• VPI Clinic Assessment Protocol

    The Velopharyngeal Insufficiency / Incompetence (VPI) Clinic at Cincinnati Children’s is a multidisciplinary clinic so that all necessary assessments can be done in one day. In addition, the clinic allows the specialists to work together to develop an appropriate and comprehensive treatment plan for the child.

    The following information explains the common assessments we conduct to diagnose children’s VPI.

    To assist in preparing your child for the VPI Clinic Assessment, please download this coloring book.

  • The speech-language pathologist evaluates the child’s speech sound production, resonance (nasality), and determines whether there is nasal air emission during speech. The speech-language pathologist may ask the child to repeat sounds and short sentences or answer simple questions as part of the evaluation.

    Although the speech assessment can determine the type and severity of the speech and resonance disorder, it does not provide objective information. Therefore, the speech-language pathologist does an assessment using the Nasometer. The Nasometer is a computer-based instrument that measures the amount of sound in the mouth and in the nose during speech. The child wears a special headset that has specially designed microphones for this purpose. Once the headset is in place, the patient is asked to repeat sounds or simples sentences. The Nasometer gives the examiner an objective "nasalance score" that can be compared to normal speakers or to the patient’s previous tests.

    All team members will likely do an oral examination, which is quick and easy. The child is asked to open his mouth and say “aaah.” The examiners will want to see the soft palate (velum) and look for the presence of enlarged tonsils.

    Although resonance disorders and velopharyngeal dysfunction can be identified from the speech evaluation, it is important to determine the cause, size, and location of the velopharyngeal opening. This information is needed so that the appropriate intervention can be determined.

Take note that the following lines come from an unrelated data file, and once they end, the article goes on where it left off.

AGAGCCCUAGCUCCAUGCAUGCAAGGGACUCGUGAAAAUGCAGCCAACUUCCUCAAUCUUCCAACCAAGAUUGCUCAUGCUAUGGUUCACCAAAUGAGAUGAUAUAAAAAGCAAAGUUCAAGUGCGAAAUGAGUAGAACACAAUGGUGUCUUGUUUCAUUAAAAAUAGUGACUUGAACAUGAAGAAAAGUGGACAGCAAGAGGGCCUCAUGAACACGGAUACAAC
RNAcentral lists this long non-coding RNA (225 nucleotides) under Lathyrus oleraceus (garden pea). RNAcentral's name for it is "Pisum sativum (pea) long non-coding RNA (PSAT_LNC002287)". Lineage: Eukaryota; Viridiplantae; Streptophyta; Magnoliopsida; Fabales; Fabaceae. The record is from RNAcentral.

The speech-language pathologist and otolaryngologist (ENT) work together to obtain information through nasopharyngoscopy (also called nasendoscopy). The nasopharyngoscopy procedure involves passing a very narrow scope (about the width of a piece of cooked spaghetti) through a nostril to the back of the nose. That way, it is possible to view the top of the velum. With the scope in place, the examiners can view the velum and the action of the entire velopharyngeal valve during speech.

    Although nasopharyngoscopy is not a painful procedure, it can cause minor discomfort. To reduce the discomfort, a nose spray of a topical anesthetic and a decongestant are administered to the child before the procedure.

    Nasopharyngoscopy requires a moderate degree of cooperation from the patient. This is due to the fact that the child must sit still and repeat sentences without crying. Our specialists can help to position the child and calm the child during the procedure. In addition, parents can prepare the child for this test by downloading and reviewing this Coloring Book prior to the appointment.

    The purpose of the genetics evaluation is to help determine the cause of the problem. This can assist the doctors in anticipating and treating medical and developmental issues that may be related to the diagnosis. The genetics evaluation can also help to determine the recurrence risk for the disorder so that the geneticist can counsel the family on the chance that the disorder will occur in other offspring.

    The genetics evaluation includes an interview with the family to obtain information regarding the following:

    • Maternal illnesses during pregnancy and medications taken
    • The child's birth weight, length and head circumference
    • Specific birth defects, such as heart, eye or genital anomalies
    • Complications after birth, especially respiratory problems, seizures, or heart conditions
    • Developmental history
    • School performance
    • Family history for certain traits or anomalies
    • Treatment history

    A standard physical examination of the child is done. In addition, there is an assessment of the following:

    • Growth parameters (weight, height or length, and head circumference)
    • The size and shape of the eyes, ears, mouth, nose, hands, fingers and numerous other structures
    • The unique features that may not be familial, but are specific to the child
    • The child's neurologic status, including muscle tone, level of function, and degree of social interaction.

    Photographs are taken of the patient at each visit. It is also helpful if the parents bring in earlier photographs of the child, as well as photographs of other family members, to determine how certain traits are inherited.

    After the history is reviewed and the examination is completed, additional tests may be ordered, such as a blood test (for analysis of chromosomes), X-rays, or an MRI scan of the brain. Referral to other physicians may also be necessary as part of a complete genetics assessment.

  • Our Coloring Book

    Download our coloring book to help prepare your child for the VPI Clinic Assessment.

    Download our coloring book to help prepare your child for the VPI Clinic Assessment.

  • Contact Us

    For more information about the VPI Clinic or to refer a patient, call Angela Davis, 513-636-0336.